The idea for The Shakespeare Revue came about on Shakespeare’s birthday, 23 April 1993, when the RSC was planning a celebratory service in Holy Trinity Church in Stratford-upon-Avon. Light relief was needed among more serious readings, and in searching for something, we were reminded of just how many comic writers have used Shakespeare as raw material for their work. Unearthing such pieces became a hobby, until eventually the outline of a stage show began to emerge.
The songs and sketches in the show are drawn from a range of work which represents the development of revue itself - from Music Hall to Victoria Wood, via Herbert Farjeon, Alan Melville, Cambridge Footlights and the Fringe. Of all the theatrical forms, revue is one of the least documented. With no authoritative reference book to guide us, our quest for material took us from the Manuscript Collection of the British Library to a home for retired variety performers in Twickenham, via June Whitfield’s attic.
The Shakespeare Revue had its first performance at the Swan Theatre, Stratford-upon-Avon in 1994 as a one-night charity event. The following year it joined the RSC repertoire at the Barbican Theatre, and subsequently transferred to the West End, opening at the Vaudeville Theatre with a cast featuring Janie Dee, Susie Blake, Martin Connor and the authors. In 1999 we directed the American première at the Oregon Cabaret Theatre and since then there have been productions of the show all over the world from Cape Town to Rome.
Christopher Luscombe and Malcolm McKee
Whatever happened to revue? Back in the Fifties it was a staple of the London, and indeed the English provincial, theatre scene. As an alternative to the complex plots and characters of straight drama it offered a light-hearted selection of song, dance, monologue and sketch, which flowed together to make an entertaining evening. Then in 1961 along came the considerable comic talents of Alan Bennett, Jonathan Miller, Peter Cook and Dudley Moore, as writers and performers in Beyond the Fringe - from which comes one of tonight’s sketches ‘So That’s the Way You Like It’. Originally commissioned for the Edinburgh Festival, Beyond the Fringe was a contemporary, slightly hard-edged and far funnier satirical version of the revue format. So . . . what happened to revue? It packed its bags and decamped to television where it split into two parts: late-night satire, spear-headed by That Was The Week That Was, and entertainments with a more audience-friendly ‘variety’ format such as The Morecombe and Wise Show, The Two Ronnies and Victoria Wood . . . as Seen on TV - where we first discovered Miss Wood’s take on Hamlet, ‘Giving Notes’.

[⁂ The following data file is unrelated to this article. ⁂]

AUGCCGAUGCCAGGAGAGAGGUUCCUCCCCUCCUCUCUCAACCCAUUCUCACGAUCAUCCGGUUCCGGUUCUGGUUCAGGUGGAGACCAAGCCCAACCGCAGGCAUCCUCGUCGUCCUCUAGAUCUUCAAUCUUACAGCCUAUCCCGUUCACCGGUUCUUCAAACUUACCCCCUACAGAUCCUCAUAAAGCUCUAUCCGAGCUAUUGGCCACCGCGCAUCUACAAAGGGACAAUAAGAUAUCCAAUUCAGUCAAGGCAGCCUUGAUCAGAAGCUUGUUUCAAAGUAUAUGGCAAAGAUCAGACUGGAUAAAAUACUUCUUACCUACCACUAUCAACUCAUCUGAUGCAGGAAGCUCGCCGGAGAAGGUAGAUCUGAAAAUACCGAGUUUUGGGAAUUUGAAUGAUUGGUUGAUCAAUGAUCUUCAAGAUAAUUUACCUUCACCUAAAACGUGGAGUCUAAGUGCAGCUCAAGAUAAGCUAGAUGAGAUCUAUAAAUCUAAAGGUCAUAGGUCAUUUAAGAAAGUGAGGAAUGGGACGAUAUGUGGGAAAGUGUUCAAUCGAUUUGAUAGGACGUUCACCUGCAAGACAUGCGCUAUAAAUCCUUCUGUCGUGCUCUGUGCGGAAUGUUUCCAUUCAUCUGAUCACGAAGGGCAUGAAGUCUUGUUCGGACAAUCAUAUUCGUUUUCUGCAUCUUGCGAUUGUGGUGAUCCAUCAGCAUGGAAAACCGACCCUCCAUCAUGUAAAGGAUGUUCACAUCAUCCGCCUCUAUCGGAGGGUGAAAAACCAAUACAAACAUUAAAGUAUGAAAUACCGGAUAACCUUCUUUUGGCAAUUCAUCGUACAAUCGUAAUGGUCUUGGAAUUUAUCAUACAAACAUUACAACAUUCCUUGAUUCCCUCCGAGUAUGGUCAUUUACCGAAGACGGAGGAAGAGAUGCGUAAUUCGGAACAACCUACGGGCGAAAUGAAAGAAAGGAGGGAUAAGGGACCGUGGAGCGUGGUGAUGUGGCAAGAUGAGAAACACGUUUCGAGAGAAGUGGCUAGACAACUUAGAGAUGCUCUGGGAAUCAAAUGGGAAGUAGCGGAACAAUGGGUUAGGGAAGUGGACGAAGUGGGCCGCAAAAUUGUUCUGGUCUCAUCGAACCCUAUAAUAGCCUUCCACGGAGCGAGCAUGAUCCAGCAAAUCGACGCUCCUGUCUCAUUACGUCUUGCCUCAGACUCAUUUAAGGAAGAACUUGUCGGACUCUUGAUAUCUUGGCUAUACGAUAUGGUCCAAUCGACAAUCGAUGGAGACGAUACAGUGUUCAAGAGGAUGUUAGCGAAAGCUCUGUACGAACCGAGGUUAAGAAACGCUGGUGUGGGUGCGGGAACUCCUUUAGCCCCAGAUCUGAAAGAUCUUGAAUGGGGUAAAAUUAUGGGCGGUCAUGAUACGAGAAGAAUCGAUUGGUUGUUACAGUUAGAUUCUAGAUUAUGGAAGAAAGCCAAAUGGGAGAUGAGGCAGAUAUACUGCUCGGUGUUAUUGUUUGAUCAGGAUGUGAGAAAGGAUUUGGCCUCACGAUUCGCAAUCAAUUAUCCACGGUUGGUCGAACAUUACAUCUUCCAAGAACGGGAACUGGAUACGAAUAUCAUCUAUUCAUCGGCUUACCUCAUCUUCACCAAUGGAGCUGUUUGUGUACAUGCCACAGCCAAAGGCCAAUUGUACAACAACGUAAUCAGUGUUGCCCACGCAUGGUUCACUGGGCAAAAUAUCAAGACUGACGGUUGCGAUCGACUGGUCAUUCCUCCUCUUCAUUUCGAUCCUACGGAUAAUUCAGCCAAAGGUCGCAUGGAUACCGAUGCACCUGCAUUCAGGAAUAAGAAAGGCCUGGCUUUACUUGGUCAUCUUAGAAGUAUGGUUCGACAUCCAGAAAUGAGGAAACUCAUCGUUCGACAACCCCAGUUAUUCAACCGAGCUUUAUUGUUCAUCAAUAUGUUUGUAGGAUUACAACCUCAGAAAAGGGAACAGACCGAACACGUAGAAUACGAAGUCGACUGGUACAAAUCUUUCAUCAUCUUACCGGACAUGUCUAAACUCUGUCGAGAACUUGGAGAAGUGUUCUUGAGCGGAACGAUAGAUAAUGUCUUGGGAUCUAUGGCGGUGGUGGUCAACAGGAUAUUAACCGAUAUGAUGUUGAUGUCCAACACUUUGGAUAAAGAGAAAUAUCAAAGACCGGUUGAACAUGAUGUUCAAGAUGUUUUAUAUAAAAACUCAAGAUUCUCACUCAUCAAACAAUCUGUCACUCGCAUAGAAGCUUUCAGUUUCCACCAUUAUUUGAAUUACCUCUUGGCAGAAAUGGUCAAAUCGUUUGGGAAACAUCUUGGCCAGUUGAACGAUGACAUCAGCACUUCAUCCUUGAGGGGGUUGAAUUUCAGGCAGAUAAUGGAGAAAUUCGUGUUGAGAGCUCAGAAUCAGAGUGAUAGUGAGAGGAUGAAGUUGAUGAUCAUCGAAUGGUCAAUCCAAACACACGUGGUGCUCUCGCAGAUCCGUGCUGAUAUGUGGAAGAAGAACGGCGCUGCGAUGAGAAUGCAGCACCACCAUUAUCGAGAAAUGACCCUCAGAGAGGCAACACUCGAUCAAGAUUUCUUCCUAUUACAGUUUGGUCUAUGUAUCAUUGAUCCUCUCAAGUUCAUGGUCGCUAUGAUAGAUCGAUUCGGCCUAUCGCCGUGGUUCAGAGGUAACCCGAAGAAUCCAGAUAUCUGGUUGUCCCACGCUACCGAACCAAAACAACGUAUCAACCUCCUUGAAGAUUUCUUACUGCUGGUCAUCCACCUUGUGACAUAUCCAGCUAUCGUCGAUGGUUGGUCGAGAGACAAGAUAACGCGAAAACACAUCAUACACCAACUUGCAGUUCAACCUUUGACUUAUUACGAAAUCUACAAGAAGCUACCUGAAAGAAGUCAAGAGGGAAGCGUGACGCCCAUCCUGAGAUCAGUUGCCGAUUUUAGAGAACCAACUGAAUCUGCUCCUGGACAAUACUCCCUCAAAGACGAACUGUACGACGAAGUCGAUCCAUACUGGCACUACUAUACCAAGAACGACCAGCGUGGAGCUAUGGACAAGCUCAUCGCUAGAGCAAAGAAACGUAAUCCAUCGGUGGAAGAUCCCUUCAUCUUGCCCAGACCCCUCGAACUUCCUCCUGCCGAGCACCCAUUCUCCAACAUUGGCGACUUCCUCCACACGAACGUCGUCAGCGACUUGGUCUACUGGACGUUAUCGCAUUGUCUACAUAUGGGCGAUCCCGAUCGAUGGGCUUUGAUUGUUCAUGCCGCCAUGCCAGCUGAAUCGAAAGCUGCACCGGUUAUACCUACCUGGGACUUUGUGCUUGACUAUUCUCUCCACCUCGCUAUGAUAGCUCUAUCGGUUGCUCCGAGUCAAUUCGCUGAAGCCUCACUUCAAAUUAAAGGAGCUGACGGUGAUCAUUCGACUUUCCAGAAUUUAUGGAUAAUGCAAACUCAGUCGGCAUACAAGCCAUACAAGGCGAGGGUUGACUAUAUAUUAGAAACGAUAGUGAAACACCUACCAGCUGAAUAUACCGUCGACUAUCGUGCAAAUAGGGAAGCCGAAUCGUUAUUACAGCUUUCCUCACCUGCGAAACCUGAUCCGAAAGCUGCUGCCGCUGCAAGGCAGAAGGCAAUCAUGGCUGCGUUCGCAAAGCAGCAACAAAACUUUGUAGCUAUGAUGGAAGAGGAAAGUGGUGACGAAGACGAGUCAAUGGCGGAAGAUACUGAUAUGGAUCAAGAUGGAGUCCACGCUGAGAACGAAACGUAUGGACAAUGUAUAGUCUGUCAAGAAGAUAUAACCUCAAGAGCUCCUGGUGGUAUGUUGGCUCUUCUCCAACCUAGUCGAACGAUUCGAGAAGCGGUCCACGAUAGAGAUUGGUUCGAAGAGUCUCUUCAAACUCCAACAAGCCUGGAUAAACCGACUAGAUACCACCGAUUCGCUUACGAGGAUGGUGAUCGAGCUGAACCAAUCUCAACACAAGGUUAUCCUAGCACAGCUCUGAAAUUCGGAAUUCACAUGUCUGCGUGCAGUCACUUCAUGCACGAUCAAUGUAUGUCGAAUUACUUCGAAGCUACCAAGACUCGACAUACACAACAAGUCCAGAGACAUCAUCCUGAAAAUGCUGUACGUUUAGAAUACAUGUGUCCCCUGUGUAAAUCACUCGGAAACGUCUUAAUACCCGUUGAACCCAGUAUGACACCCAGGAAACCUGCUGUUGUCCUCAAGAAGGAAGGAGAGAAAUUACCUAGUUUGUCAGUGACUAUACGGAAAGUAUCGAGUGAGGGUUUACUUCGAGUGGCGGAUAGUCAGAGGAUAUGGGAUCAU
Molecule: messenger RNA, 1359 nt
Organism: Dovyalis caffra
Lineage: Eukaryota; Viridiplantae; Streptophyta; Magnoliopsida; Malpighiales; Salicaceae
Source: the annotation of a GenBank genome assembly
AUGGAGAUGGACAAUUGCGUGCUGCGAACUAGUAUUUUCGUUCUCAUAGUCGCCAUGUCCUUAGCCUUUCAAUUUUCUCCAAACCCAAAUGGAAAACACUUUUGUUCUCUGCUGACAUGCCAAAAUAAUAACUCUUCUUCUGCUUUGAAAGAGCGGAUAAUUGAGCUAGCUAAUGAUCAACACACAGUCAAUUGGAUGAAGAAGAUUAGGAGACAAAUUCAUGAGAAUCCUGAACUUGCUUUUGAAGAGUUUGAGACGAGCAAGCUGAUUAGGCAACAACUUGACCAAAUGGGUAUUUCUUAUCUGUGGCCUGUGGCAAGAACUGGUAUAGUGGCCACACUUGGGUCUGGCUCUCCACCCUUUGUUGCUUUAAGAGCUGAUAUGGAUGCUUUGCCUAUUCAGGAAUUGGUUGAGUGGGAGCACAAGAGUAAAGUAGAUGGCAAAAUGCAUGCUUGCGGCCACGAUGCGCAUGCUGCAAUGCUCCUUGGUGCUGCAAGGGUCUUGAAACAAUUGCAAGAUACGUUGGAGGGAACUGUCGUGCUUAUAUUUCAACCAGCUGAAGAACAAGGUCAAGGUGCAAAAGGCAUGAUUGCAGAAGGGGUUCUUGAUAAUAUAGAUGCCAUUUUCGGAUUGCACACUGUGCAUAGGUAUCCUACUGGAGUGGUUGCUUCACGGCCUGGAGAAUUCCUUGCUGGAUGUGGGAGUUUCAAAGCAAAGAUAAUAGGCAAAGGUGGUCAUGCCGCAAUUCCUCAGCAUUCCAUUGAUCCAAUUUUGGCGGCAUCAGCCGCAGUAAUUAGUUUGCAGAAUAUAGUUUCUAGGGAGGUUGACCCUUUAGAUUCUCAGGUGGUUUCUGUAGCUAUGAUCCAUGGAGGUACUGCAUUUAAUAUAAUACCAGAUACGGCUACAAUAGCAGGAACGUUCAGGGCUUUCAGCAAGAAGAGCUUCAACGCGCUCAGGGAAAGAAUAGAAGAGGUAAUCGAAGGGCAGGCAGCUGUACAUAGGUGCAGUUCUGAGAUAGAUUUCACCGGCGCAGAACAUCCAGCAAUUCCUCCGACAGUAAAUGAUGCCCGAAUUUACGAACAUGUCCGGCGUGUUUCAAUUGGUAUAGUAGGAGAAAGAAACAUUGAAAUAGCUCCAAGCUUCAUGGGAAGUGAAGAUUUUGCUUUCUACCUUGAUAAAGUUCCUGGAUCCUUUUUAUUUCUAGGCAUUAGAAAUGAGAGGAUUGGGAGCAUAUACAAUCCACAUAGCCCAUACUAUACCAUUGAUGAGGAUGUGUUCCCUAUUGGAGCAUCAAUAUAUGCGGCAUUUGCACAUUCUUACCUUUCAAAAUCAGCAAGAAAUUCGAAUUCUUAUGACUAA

Revue originated in Paris in mid 19th century as a satirical end of term, let-your-hair-down ‘revue’ (review) of the year. Like many things Gallic - from crème brulée to Sacha Distel - this humorous mix of words and music soon made the journey across The Channel. The first proper English-style revue was Under the Clock (the clock being a design feature of The Times newspaper’s index page) produced by Seymour Hicks in 1893. With the arrival of American popular music in the late Edwardian era, revue really took off and soon the fronts of West End theatres were emblazoned with the snappy titles of big production entertainments: Hullo America!, Hullo Rag-time!, Zig-Zag!, Buzz-buzz and Pick-a-dilly.
The golden age of revue lasted from the early 1920s to the late 1950s and for much of that time its greatest practitioner was Noël Coward who wrote and appeared in a succession of popular entertainments on both sides of the Atlantic: London Calling! (1923), On with the Dance (1925), This Year of Grace (1928), Words and Music (1932), Sigh No More (1945) and The Globe Revue (1952). For these shows Coward composed a string of dazzling hit songs which are still admired and performed today: ‘Mrs Worthington’, ‘Mad About the Boy’, ‘Nina’, ‘I Went to a Marvellous Party’, ‘Mad Dogs and Englishmen’, ‘London Pride’ and ‘A Room with A View’ to name but a few.
Other ‘intimate revue’ successes in the 1940s and 50s included Sweetest and Lowest, Airs on a Shoestring, Pieces of Eight, and the 1956 hit, For Amusement Only from which we plundered Alan Melville’s outrageous sketch ‘Wherefore Art Thou, Juliet?’ in which he pits a hapless Romeo against a fearsome Lady Macbeth. These long-running entertainments were the breeding ground for a brace of talented performers including Kenneth Williams, Maggie Smith, Hermione Gingold, Beryl Reid, Dora Bryan, Sheila Hancock, Ian Carmichael and Fenella Fielding.
When we were creating The Shakespeare Revue, we tried to use the best of the old-style revue writers: Stephen Fry, Cole Porter, Ned Sherrin and Tom Lehrer - who, having seen the Revue in the West End, wrote a new version of the music hall song The Night I Appeared as Macbeth and popped it in the post! We also commissioned pieces from some of the best contemporary writers of revue material: Fascinating Aïda’s Dillie Keane and Adèle Anderson, Maureen Lipman, Perry Pontac, and the Olivier Award-winning writers of Mary Poppins, George Stiles and Anthony Drewe. So - we have our material; next comes that bugbear for all revue writers - the ‘running order’. Noël Coward writes: